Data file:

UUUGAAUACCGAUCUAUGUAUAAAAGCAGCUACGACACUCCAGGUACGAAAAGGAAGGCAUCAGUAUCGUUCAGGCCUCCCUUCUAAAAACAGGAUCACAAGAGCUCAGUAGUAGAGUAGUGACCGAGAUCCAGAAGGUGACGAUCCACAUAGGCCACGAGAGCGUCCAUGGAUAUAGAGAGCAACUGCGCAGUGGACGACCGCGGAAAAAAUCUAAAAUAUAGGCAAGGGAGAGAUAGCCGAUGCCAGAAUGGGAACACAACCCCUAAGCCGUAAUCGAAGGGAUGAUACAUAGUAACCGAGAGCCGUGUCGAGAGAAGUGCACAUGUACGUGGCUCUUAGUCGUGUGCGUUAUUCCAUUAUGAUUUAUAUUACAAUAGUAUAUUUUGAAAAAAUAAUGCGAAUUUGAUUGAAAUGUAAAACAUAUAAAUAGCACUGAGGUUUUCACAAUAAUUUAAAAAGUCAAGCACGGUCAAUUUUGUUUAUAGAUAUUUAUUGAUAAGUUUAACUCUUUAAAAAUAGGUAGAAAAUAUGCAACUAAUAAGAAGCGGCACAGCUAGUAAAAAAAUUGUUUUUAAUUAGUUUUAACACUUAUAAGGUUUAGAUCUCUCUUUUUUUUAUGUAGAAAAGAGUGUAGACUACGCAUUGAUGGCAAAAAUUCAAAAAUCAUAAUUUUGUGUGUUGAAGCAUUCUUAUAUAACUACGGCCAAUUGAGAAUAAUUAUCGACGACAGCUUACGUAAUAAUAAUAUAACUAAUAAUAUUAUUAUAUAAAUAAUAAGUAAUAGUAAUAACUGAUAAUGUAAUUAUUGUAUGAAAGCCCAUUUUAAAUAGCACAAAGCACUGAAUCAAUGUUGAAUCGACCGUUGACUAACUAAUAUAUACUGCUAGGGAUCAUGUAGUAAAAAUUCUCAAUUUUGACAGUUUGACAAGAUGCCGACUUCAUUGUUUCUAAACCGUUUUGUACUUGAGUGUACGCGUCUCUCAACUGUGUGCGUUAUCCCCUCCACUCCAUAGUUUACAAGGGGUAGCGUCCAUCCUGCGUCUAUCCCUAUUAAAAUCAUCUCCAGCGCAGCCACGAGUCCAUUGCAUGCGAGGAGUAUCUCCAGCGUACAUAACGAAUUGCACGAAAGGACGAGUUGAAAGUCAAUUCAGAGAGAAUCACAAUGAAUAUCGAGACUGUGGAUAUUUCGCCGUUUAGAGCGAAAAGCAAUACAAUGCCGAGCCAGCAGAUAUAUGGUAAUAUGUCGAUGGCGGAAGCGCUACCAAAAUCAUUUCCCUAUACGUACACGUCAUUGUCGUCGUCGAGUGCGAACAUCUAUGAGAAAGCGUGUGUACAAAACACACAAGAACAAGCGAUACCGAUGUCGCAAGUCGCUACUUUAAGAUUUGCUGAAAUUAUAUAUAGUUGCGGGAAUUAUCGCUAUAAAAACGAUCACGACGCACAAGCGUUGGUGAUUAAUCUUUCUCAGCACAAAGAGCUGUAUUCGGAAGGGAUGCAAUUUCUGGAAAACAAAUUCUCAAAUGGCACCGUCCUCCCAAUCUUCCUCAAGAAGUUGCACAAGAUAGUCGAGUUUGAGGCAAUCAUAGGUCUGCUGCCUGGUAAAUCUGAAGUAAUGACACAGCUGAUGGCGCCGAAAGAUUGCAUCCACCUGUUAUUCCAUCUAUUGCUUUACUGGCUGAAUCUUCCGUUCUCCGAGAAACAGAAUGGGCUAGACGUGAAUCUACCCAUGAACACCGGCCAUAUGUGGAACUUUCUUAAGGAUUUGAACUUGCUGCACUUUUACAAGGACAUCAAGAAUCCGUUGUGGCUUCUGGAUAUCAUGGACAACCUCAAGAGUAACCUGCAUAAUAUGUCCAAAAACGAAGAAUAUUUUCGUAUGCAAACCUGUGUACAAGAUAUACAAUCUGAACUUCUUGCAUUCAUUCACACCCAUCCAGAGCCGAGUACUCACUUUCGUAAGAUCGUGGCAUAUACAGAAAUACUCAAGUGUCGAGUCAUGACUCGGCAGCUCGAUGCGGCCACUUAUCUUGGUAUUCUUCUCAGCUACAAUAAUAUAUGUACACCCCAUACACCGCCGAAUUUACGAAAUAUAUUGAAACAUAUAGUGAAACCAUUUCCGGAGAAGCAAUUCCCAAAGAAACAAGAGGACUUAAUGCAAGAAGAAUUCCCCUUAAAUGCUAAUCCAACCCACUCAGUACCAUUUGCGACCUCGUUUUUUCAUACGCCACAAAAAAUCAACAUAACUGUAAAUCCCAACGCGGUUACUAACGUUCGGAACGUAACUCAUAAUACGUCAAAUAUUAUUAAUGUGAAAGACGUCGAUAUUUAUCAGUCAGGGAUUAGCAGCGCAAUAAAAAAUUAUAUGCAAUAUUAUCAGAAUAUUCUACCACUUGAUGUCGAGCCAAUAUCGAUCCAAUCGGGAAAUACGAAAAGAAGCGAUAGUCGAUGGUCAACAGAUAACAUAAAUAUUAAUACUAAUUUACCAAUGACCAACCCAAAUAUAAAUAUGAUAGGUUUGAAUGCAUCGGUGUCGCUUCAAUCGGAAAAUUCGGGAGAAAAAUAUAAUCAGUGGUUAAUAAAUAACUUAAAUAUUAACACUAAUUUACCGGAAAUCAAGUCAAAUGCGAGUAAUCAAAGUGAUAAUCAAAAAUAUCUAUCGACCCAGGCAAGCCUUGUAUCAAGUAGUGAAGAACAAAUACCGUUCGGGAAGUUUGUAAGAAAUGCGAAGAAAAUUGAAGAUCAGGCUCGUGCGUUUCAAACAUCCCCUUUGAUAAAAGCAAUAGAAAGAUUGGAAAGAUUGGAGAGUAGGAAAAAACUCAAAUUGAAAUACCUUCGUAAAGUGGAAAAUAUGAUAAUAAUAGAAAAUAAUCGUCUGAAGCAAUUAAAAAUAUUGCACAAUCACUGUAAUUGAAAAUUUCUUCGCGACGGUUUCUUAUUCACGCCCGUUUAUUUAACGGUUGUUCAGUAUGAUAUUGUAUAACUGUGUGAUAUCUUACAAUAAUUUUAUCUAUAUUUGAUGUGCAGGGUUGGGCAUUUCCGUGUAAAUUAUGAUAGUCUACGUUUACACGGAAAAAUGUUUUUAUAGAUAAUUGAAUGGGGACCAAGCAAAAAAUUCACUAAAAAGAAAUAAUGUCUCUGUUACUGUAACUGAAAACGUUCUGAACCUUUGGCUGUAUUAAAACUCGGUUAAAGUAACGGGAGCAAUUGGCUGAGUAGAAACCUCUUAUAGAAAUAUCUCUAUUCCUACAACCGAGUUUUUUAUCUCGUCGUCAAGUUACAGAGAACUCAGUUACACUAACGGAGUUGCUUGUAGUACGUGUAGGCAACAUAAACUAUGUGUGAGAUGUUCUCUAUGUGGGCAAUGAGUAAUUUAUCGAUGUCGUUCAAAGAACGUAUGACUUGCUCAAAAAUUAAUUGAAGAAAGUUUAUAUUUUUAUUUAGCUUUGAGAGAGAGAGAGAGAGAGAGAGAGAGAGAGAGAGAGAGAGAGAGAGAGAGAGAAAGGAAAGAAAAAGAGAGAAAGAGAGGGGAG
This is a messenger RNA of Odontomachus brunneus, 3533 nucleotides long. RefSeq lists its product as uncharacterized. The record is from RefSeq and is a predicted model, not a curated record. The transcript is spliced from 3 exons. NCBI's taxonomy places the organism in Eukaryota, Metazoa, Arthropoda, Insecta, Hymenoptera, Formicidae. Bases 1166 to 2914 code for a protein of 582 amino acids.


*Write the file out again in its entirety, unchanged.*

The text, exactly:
UUUGAAUACCGAUCUAUGUAUAAAAGCAGCUACGACACUCCAGGUACGAAAAGGAAGGCAUCAGUAUCGUUCAGGCCUCCCUUCUAAAAACAGGAUCACAAGAGCUCAGUAGUAGAGUAGUGACCGAGAUCCAGAAGGUGACGAUCCACAUAGGCCACGAGAGCGUCCAUGGAUAUAGAGAGCAACUGCGCAGUGGACGACCGCGGAAAAAAUCUAAAAUAUAGGCAAGGGAGAGAUAGCCGAUGCCAGAAUGGGAACACAACCCCUAAGCCGUAAUCGAAGGGAUGAUACAUAGUAACCGAGAGCCGUGUCGAGAGAAGUGCACAUGUACGUGGCUCUUAGUCGUGUGCGUUAUUCCAUUAUGAUUUAUAUUACAAUAGUAUAUUUUGAAAAAAUAAUGCGAAUUUGAUUGAAAUGUAAAACAUAUAAAUAGCACUGAGGUUUUCACAAUAAUUUAAAAAGUCAAGCACGGUCAAUUUUGUUUAUAGAUAUUUAUUGAUAAGUUUAACUCUUUAAAAAUAGGUAGAAAAUAUGCAACUAAUAAGAAGCGGCACAGCUAGUAAAAAAAUUGUUUUUAAUUAGUUUUAACACUUAUAAGGUUUAGAUCUCUCUUUUUUUUAUGUAGAAAAGAGUGUAGACUACGCAUUGAUGGCAAAAAUUCAAAAAUCAUAAUUUUGUGUGUUGAAGCAUUCUUAUAUAACUACGGCCAAUUGAGAAUAAUUAUCGACGACAGCUUACGUAAUAAUAAUAUAACUAAUAAUAUUAUUAUAUAAAUAAUAAGUAAUAGUAAUAACUGAUAAUGUAAUUAUUGUAUGAAAGCCCAUUUUAAAUAGCACAAAGCACUGAAUCAAUGUUGAAUCGACCGUUGACUAACUAAUAUAUACUGCUAGGGAUCAUGUAGUAAAAAUUCUCAAUUUUGACAGUUUGACAAGAUGCCGACUUCAUUGUUUCUAAACCGUUUUGUACUUGAGUGUACGCGUCUCUCAACUGUGUGCGUUAUCCCCUCCACUCCAUAGUUUACAAGGGGUAGCGUCCAUCCUGCGUCUAUCCCUAUUAAAAUCAUCUCCAGCGCAGCCACGAGUCCAUUGCAUGCGAGGAGUAUCUCCAGCGUACAUAACGAAUUGCACGAAAGGACGAGUUGAAAGUCAAUUCAGAGAGAAUCACAAUGAAUAUCGAGACUGUGGAUAUUUCGCCGUUUAGAGCGAAAAGCAAUACAAUGCCGAGCCAGCAGAUAUAUGGUAAUAUGUCGAUGGCGGAAGCGCUACCAAAAUCAUUUCCCUAUACGUACACGUCAUUGUCGUCGUCGAGUGCGAACAUCUAUGAGAAAGCGUGUGUACAAAACACACAAGAACAAGCGAUACCGAUGUCGCAAGUCGCUACUUUAAGAUUUGCUGAAAUUAUAUAUAGUUGCGGGAAUUAUCGCUAUAAAAACGAUCACGACGCACAAGCGUUGGUGAUUAAUCUUUCUCAGCACAAAGAGCUGUAUUCGGAAGGGAUGCAAUUUCUGGAAAACAAAUUCUCAAAUGGCACCGUCCUCCCAAUCUUCCUCAAGAAGUUGCACAAGAUAGUCGAGUUUGAGGCAAUCAUAGGUCUGCUGCCUGGUAAAUCUGAAGUAAUGACACAGCUGAUGGCGCCGAAAGAUUGCAUCCACCUGUUAUUCCAUCUAUUGCUUUACUGGCUGAAUCUUCCGUUCUCCGAGAAACAGAAUGGGCUAGACGUGAAUCUACCCAUGAACACCGGCCAUAUGUGGAACUUUCUUAAGGAUUUGAACUUGCUGCACUUUUACAAGGACAUCAAGAAUCCGUUGUGGCUUCUGGAUAUCAUGGACAACCUCAAGAGUAACCUGCAUAAUAUGUCCAAAAACGAAGAAUAUUUUCGUAUGCAAACCUGUGUACAAGAUAUACAAUCUGAACUUCUUGCAUUCAUUCACACCCAUCCAGAGCCGAGUACUCACUUUCGUAAGAUCGUGGCAUAUACAGAAAUACUCAAGUGUCGAGUCAUGACUCGGCAGCUCGAUGCGGCCACUUAUCUUGGUAUUCUUCUCAGCUACAAUAAUAUAUGUACACCCCAUACACCGCCGAAUUUACGAAAUAUAUUGAAACAUAUAGUGAAACCAUUUCCGGAGAAGCAAUUCCCAAAGAAACAAGAGGACUUAAUGCAAGAAGAAUUCCCCUUAAAUGCUAAUCCAACCCACUCAGUACCAUUUGCGACCUCGUUUUUUCAUACGCCACAAAAAAUCAACAUAACUGUAAAUCCCAACGCGGUUACUAACGUUCGGAACGUAACUCAUAAUACGUCAAAUAUUAUUAAUGUGAAAGACGUCGAUAUUUAUCAGUCAGGGAUUAGCAGCGCAAUAAAAAAUUAUAUGCAAUAUUAUCAGAAUAUUCUACCACUUGAUGUCGAGCCAAUAUCGAUCCAAUCGGGAAAUACGAAAAGAAGCGAUAGUCGAUGGUCAACAGAUAACAUAAAUAUUAAUACUAAUUUACCAAUGACCAACCCAAAUAUAAAUAUGAUAGGUUUGAAUGCAUCGGUGUCGCUUCAAUCGGAAAAUUCGGGAGAAAAAUAUAAUCAGUGGUUAAUAAAUAACUUAAAUAUUAACACUAAUUUACCGGAAAUCAAGUCAAAUGCGAGUAAUCAAAGUGAUAAUCAAAAAUAUCUAUCGACCCAGGCAAGCCUUGUAUCAAGUAGUGAAGAACAAAUACCGUUCGGGAAGUUUGUAAGAAAUGCGAAGAAAAUUGAAGAUCAGGCUCGUGCGUUUCAAACAUCCCCUUUGAUAAAAGCAAUAGAAAGAUUGGAAAGAUUGGAGAGUAGGAAAAAACUCAAAUUGAAAUACCUUCGUAAAGUGGAAAAUAUGAUAAUAAUAGAAAAUAAUCGUCUGAAGCAAUUAAAAAUAUUGCACAAUCACUGUAAUUGAAAAUUUCUUCGCGACGGUUUCUUAUUCACGCCCGUUUAUUUAACGGUUGUUCAGUAUGAUAUUGUAUAACUGUGUGAUAUCUUACAAUAAUUUUAUCUAUAUUUGAUGUGCAGGGUUGGGCAUUUCCGUGUAAAUUAUGAUAGUCUACGUUUACACGGAAAAAUGUUUUUAUAGAUAAUUGAAUGGGGACCAAGCAAAAAAUUCACUAAAAAGAAAUAAUGUCUCUGUUACUGUAACUGAAAACGUUCUGAACCUUUGGCUGUAUUAAAACUCGGUUAAAGUAACGGGAGCAAUUGGCUGAGUAGAAACCUCUUAUAGAAAUAUCUCUAUUCCUACAACCGAGUUUUUUAUCUCGUCGUCAAGUUACAGAGAACUCAGUUACACUAACGGAGUUGCUUGUAGUACGUGUAGGCAACAUAAACUAUGUGUGAGAUGUUCUCUAUGUGGGCAAUGAGUAAUUUAUCGAUGUCGUUCAAAGAACGUAUGACUUGCUCAAAAAUUAAUUGAAGAAAGUUUAUAUUUUUAUUUAGCUUUGAGAGAGAGAGAGAGAGAGAGAGAGAGAGAGAGAGAGAGAGAGAGAGAGAGAGAAAGGAAAGAAAAAGAGAGAAAGAGAGGGGAG
This is a messenger RNA of Odontomachus brunneus, 3533 nucleotides long. RefSeq lists its product as uncharacterized. The record is from RefSeq and is a predicted model, not a curated record. The transcript is spliced from 3 exons. NCBI's taxonomy places the organism in Eukaryota, Metazoa, Arthropoda, Insecta, Hymenoptera, Formicidae. Bases 1166 to 2914 code for a protein of 582 amino acids.